Okay, so there is one of these in Rio de Janeiro (I cheated: internets). Its logo is similar to this one if want it to be. And I have been to Rio, so let's go with that. I suspect this is actually a mis-identification, that these matches are from somewhere else entirely perhaps in Manhattan or ANYWAY I WAS IN RIO in the summer of 2001. My friend F. - God rest his soul, I love and miss you, brother - had taken a few of us on a trip: his father was generously hosting us in Rio and Sao Paolo (where he'd recently moved for work). And we did spend a couple of nights going out, perhaps to Bar Eclipse (there is no way these matches came from here). I remember vague kind of open-air clubs, almost tents in lots with protective covering above, white plastic or fabric; dance-floor and music and crowds no claustrophobia; drinking a ton: resolving to a routine of 2 glasses of water to 1 drink, and waking up amazed the following morning without a hangover. I did not make out with any girls. I was semi-kinda starting to date someone at the time so this was I suppose ostensibly a good thing, but let's be honest: it was pretty disappointing to spend like 3 weeks in Brazil on holiday right after graduating college and not make out with any girls.

Sunday, January 22, 2012

"Zoe Why?"

So, I was writing this song inspired by the first season of the BBC show, Luther, and it was just a casual thing, but then my friend CP insisted that it was the best song he had ever heard, ever, so I'm sharing it with the world. Or the five people who ever find their way to this site.

WARNING: SPOILERS re: Luther, Season One.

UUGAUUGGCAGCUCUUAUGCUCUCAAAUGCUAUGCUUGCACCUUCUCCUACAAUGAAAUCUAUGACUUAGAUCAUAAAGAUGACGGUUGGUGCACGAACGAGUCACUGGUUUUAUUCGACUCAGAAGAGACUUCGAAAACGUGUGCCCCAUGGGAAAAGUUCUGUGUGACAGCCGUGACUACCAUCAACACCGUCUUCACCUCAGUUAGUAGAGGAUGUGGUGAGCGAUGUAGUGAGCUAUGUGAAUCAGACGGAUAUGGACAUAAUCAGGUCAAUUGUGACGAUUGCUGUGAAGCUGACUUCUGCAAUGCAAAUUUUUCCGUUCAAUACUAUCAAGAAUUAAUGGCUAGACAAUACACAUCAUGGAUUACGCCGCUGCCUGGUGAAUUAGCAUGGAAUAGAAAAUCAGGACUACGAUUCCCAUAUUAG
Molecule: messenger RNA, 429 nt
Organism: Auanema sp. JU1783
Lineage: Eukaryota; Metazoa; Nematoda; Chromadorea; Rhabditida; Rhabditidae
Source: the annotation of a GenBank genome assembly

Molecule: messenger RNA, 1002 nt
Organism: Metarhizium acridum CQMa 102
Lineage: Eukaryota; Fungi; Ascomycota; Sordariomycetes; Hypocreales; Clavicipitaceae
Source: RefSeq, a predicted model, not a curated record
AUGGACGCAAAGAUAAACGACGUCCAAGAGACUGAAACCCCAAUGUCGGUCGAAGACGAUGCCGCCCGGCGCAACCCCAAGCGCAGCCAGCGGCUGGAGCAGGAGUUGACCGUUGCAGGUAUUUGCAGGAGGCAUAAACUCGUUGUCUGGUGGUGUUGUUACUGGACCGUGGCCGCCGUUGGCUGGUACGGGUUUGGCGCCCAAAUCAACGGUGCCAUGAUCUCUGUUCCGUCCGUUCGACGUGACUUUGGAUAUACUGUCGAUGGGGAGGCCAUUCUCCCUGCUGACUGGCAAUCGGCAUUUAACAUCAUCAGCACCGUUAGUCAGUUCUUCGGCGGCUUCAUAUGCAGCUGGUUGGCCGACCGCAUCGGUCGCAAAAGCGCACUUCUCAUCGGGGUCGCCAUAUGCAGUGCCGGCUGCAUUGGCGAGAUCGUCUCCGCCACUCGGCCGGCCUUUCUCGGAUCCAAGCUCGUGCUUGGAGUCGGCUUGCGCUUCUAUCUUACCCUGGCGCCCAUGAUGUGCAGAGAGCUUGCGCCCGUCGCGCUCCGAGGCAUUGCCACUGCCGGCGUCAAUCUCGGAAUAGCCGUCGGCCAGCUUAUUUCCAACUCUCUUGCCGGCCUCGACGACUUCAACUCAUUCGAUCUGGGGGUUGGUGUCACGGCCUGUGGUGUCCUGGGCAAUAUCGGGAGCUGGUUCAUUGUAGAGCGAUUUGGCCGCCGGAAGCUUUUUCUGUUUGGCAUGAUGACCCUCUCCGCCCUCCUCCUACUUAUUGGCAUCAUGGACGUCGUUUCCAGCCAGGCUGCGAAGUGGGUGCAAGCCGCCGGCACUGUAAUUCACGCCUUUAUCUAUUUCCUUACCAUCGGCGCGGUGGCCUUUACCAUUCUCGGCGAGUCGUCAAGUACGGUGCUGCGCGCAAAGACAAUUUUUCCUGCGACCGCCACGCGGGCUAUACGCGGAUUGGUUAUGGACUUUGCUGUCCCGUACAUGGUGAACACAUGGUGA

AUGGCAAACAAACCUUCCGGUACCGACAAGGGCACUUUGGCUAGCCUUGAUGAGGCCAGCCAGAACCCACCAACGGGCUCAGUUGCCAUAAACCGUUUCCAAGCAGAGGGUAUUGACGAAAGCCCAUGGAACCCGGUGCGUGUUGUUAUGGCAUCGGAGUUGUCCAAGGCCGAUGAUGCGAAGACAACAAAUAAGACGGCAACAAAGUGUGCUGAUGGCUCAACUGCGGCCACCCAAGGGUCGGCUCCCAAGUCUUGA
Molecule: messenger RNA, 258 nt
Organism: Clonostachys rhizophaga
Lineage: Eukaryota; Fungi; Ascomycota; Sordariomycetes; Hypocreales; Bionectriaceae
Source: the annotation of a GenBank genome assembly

Also, I'm not certain that other dude's name was Mark(c?). But I think so.

Thursday, January 5, 2012

The Dubai Mall Courtesy Card

They give you this, at the information station there. 

The first request is notably flouted by, in my observation, a host of young eastern European women whose shoulders and knees looked pretty visible.

The Mall is amazing; go if you can. There’s an aquarium big enough to scuba in, a re-creation of the Bellagio fountain that’s kind of bigger and better, and it's all… forgive me I’ll just say the thing I always say in conversation about it: you know that scene in a sci-fi movie that’s like a trading outpost or a cantina, where they sort of ostentatiously show you all the kinds of aliens that reside in this sci-fi universe? The Dubai Mall felt like that, for people. A Wall Street Banker, a Kazakh family, an Indian family, a Chinese tourgroup, a London banker, some randoms like me and P. to whom I still must write.

Matchboxes (1)


I am going through matchboxes that I have kept for years and writing what I remember about them. I am doing this because I have a hellaciously bad cold and am kind of delirious and can’t seem to concentrate long enough to do any real work. It may be a stupid idea. Whatever; no one’s forcing you to be here.

The Grove: Bar & Restaurant

This place is in London. In Hammersmith. I associate it with vague disappointment; I think it’s one of those corporate-y pubs with not-very good food and sort of an overly open, Borders-books-ish ambiance. Maybe not. That’s pretty much what I’ve got. But I associate that feeling with these pubs often; like hoping that they’d be warm and sustaining respites from the cold, and finding only overpriced crisps and alcohol.

That makes it sound like I found London cold and lonely. Totally inaccurate. Anyway moving forward.

57 Jermyn Street

Also London. I am resisting the impulse to Google any of these, working totally from memory. Such as it is. I THINK that this is some kind of members-club dining-club place, where you go down a flight of stairs to a subterranean bar/club. A friend of mine worked here and got us in in small groups in my later days in London and perhaps on some subsequent visits there. I liked it, although one time I was there and kind of tired and it was way too loud.

192: Wine Bar & Restaurant